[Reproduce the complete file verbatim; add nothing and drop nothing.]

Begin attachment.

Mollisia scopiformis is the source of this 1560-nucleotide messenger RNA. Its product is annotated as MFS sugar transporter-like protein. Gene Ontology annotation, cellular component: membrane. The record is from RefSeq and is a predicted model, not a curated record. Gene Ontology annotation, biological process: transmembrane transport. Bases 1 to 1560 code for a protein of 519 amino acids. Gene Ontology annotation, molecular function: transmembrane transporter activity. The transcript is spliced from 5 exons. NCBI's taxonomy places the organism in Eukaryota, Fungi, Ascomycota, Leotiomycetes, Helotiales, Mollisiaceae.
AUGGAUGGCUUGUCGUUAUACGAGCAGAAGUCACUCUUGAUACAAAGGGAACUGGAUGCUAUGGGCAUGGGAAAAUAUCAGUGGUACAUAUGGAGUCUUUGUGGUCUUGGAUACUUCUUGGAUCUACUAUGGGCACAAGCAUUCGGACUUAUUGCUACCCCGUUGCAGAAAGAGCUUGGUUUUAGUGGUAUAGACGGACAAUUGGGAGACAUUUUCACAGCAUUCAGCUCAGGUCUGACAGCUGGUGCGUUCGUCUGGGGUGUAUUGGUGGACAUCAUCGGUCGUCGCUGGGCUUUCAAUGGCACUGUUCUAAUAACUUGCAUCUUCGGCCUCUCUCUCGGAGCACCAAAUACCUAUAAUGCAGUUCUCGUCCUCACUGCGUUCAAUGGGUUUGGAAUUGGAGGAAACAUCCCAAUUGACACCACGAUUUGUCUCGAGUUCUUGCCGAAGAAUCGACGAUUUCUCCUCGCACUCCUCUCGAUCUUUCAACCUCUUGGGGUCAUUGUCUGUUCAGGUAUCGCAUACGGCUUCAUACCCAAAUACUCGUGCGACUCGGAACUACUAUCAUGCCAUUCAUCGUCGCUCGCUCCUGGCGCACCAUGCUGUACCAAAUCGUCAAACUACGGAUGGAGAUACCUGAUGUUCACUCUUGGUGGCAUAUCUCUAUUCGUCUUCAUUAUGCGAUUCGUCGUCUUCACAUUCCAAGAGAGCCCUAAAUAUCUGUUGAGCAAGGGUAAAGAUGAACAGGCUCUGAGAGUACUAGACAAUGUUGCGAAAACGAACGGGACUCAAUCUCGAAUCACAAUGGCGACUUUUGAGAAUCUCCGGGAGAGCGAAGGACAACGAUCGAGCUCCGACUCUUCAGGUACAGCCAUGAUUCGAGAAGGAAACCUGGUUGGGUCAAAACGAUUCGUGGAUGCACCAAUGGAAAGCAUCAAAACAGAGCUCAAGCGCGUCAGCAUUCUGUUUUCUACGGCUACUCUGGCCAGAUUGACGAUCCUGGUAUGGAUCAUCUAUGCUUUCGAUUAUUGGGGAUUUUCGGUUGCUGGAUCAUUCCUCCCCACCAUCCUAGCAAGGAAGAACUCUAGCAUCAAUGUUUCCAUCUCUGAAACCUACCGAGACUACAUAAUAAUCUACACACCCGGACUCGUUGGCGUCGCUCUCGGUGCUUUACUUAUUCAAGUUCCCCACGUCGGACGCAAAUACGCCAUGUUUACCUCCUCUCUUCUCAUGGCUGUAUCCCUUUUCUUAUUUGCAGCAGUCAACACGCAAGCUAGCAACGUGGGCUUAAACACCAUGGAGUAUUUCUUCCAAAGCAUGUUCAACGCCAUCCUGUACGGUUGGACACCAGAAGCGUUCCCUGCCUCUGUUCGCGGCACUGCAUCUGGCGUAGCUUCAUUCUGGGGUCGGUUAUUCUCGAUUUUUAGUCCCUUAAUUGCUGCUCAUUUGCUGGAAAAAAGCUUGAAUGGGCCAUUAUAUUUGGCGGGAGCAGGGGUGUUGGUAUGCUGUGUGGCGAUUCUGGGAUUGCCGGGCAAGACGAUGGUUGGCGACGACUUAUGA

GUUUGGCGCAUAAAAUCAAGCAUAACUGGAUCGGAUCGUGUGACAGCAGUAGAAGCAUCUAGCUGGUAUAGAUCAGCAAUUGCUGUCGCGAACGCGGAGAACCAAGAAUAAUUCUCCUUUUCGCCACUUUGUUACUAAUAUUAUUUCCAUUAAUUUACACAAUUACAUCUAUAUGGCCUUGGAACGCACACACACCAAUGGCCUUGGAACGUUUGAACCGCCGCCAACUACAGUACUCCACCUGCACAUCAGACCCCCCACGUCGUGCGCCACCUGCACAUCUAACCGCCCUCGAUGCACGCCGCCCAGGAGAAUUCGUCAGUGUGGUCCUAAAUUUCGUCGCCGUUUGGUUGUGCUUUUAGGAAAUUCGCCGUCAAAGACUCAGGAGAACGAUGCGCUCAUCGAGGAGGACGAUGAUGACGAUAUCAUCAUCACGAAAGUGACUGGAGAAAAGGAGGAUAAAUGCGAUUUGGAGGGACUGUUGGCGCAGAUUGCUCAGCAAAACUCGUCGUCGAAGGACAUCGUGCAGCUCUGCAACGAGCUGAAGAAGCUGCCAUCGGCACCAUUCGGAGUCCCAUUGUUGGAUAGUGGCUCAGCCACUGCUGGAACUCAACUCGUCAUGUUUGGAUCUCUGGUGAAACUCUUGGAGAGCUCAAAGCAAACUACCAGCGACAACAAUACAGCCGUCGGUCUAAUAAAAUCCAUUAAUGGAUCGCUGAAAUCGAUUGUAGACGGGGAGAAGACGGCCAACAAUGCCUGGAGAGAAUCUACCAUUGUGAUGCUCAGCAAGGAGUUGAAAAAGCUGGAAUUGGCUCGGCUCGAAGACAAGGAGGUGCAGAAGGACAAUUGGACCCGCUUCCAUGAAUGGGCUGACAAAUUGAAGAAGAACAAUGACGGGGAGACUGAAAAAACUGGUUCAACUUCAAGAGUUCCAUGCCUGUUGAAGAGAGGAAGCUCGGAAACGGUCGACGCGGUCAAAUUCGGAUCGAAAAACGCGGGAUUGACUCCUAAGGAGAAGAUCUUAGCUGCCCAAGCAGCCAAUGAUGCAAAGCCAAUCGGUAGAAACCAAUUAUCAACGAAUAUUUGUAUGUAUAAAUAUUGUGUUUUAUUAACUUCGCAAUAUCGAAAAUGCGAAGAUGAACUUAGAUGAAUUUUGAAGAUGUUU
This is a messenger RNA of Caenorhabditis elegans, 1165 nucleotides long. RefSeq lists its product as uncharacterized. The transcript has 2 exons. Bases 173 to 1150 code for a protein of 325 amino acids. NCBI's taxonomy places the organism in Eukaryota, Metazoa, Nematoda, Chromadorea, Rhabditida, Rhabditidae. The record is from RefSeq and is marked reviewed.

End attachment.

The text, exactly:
Mollisia scopiformis is the source of this 1560-nucleotide messenger RNA. Its product is annotated as MFS sugar transporter-like protein. Gene Ontology annotation, cellular component: membrane. The record is from RefSeq and is a predicted model, not a curated record. Gene Ontology annotation, biological process: transmembrane transport. Bases 1 to 1560 code for a protein of 519 amino acids. Gene Ontology annotation, molecular function: transmembrane transporter activity. The transcript is spliced from 5 exons. NCBI's taxonomy places the organism in Eukaryota, Fungi, Ascomycota, Leotiomycetes, Helotiales, Mollisiaceae.
AUGGAUGGCUUGUCGUUAUACGAGCAGAAGUCACUCUUGAUACAAAGGGAACUGGAUGCUAUGGGCAUGGGAAAAUAUCAGUGGUACAUAUGGAGUCUUUGUGGUCUUGGAUACUUCUUGGAUCUACUAUGGGCACAAGCAUUCGGACUUAUUGCUACCCCGUUGCAGAAAGAGCUUGGUUUUAGUGGUAUAGACGGACAAUUGGGAGACAUUUUCACAGCAUUCAGCUCAGGUCUGACAGCUGGUGCGUUCGUCUGGGGUGUAUUGGUGGACAUCAUCGGUCGUCGCUGGGCUUUCAAUGGCACUGUUCUAAUAACUUGCAUCUUCGGCCUCUCUCUCGGAGCACCAAAUACCUAUAAUGCAGUUCUCGUCCUCACUGCGUUCAAUGGGUUUGGAAUUGGAGGAAACAUCCCAAUUGACACCACGAUUUGUCUCGAGUUCUUGCCGAAGAAUCGACGAUUUCUCCUCGCACUCCUCUCGAUCUUUCAACCUCUUGGGGUCAUUGUCUGUUCAGGUAUCGCAUACGGCUUCAUACCCAAAUACUCGUGCGACUCGGAACUACUAUCAUGCCAUUCAUCGUCGCUCGCUCCUGGCGCACCAUGCUGUACCAAAUCGUCAAACUACGGAUGGAGAUACCUGAUGUUCACUCUUGGUGGCAUAUCUCUAUUCGUCUUCAUUAUGCGAUUCGUCGUCUUCACAUUCCAAGAGAGCCCUAAAUAUCUGUUGAGCAAGGGUAAAGAUGAACAGGCUCUGAGAGUACUAGACAAUGUUGCGAAAACGAACGGGACUCAAUCUCGAAUCACAAUGGCGACUUUUGAGAAUCUCCGGGAGAGCGAAGGACAACGAUCGAGCUCCGACUCUUCAGGUACAGCCAUGAUUCGAGAAGGAAACCUGGUUGGGUCAAAACGAUUCGUGGAUGCACCAAUGGAAAGCAUCAAAACAGAGCUCAAGCGCGUCAGCAUUCUGUUUUCUACGGCUACUCUGGCCAGAUUGACGAUCCUGGUAUGGAUCAUCUAUGCUUUCGAUUAUUGGGGAUUUUCGGUUGCUGGAUCAUUCCUCCCCACCAUCCUAGCAAGGAAGAACUCUAGCAUCAAUGUUUCCAUCUCUGAAACCUACCGAGACUACAUAAUAAUCUACACACCCGGACUCGUUGGCGUCGCUCUCGGUGCUUUACUUAUUCAAGUUCCCCACGUCGGACGCAAAUACGCCAUGUUUACCUCCUCUCUUCUCAUGGCUGUAUCCCUUUUCUUAUUUGCAGCAGUCAACACGCAAGCUAGCAACGUGGGCUUAAACACCAUGGAGUAUUUCUUCCAAAGCAUGUUCAACGCCAUCCUGUACGGUUGGACACCAGAAGCGUUCCCUGCCUCUGUUCGCGGCACUGCAUCUGGCGUAGCUUCAUUCUGGGGUCGGUUAUUCUCGAUUUUUAGUCCCUUAAUUGCUGCUCAUUUGCUGGAAAAAAGCUUGAAUGGGCCAUUAUAUUUGGCGGGAGCAGGGGUGUUGGUAUGCUGUGUGGCGAUUCUGGGAUUGCCGGGCAAGACGAUGGUUGGCGACGACUUAUGA

GUUUGGCGCAUAAAAUCAAGCAUAACUGGAUCGGAUCGUGUGACAGCAGUAGAAGCAUCUAGCUGGUAUAGAUCAGCAAUUGCUGUCGCGAACGCGGAGAACCAAGAAUAAUUCUCCUUUUCGCCACUUUGUUACUAAUAUUAUUUCCAUUAAUUUACACAAUUACAUCUAUAUGGCCUUGGAACGCACACACACCAAUGGCCUUGGAACGUUUGAACCGCCGCCAACUACAGUACUCCACCUGCACAUCAGACCCCCCACGUCGUGCGCCACCUGCACAUCUAACCGCCCUCGAUGCACGCCGCCCAGGAGAAUUCGUCAGUGUGGUCCUAAAUUUCGUCGCCGUUUGGUUGUGCUUUUAGGAAAUUCGCCGUCAAAGACUCAGGAGAACGAUGCGCUCAUCGAGGAGGACGAUGAUGACGAUAUCAUCAUCACGAAAGUGACUGGAGAAAAGGAGGAUAAAUGCGAUUUGGAGGGACUGUUGGCGCAGAUUGCUCAGCAAAACUCGUCGUCGAAGGACAUCGUGCAGCUCUGCAACGAGCUGAAGAAGCUGCCAUCGGCACCAUUCGGAGUCCCAUUGUUGGAUAGUGGCUCAGCCACUGCUGGAACUCAACUCGUCAUGUUUGGAUCUCUGGUGAAACUCUUGGAGAGCUCAAAGCAAACUACCAGCGACAACAAUACAGCCGUCGGUCUAAUAAAAUCCAUUAAUGGAUCGCUGAAAUCGAUUGUAGACGGGGAGAAGACGGCCAACAAUGCCUGGAGAGAAUCUACCAUUGUGAUGCUCAGCAAGGAGUUGAAAAAGCUGGAAUUGGCUCGGCUCGAAGACAAGGAGGUGCAGAAGGACAAUUGGACCCGCUUCCAUGAAUGGGCUGACAAAUUGAAGAAGAACAAUGACGGGGAGACUGAAAAAACUGGUUCAACUUCAAGAGUUCCAUGCCUGUUGAAGAGAGGAAGCUCGGAAACGGUCGACGCGGUCAAAUUCGGAUCGAAAAACGCGGGAUUGACUCCUAAGGAGAAGAUCUUAGCUGCCCAAGCAGCCAAUGAUGCAAAGCCAAUCGGUAGAAACCAAUUAUCAACGAAUAUUUGUAUGUAUAAAUAUUGUGUUUUAUUAACUUCGCAAUAUCGAAAAUGCGAAGAUGAACUUAGAUGAAUUUUGAAGAUGUUU
This is a messenger RNA of Caenorhabditis elegans, 1165 nucleotides long. RefSeq lists its product as uncharacterized. The transcript has 2 exons. Bases 173 to 1150 code for a protein of 325 amino acids. NCBI's taxonomy places the organism in Eukaryota, Metazoa, Nematoda, Chromadorea, Rhabditida, Rhabditidae. The record is from RefSeq and is marked reviewed.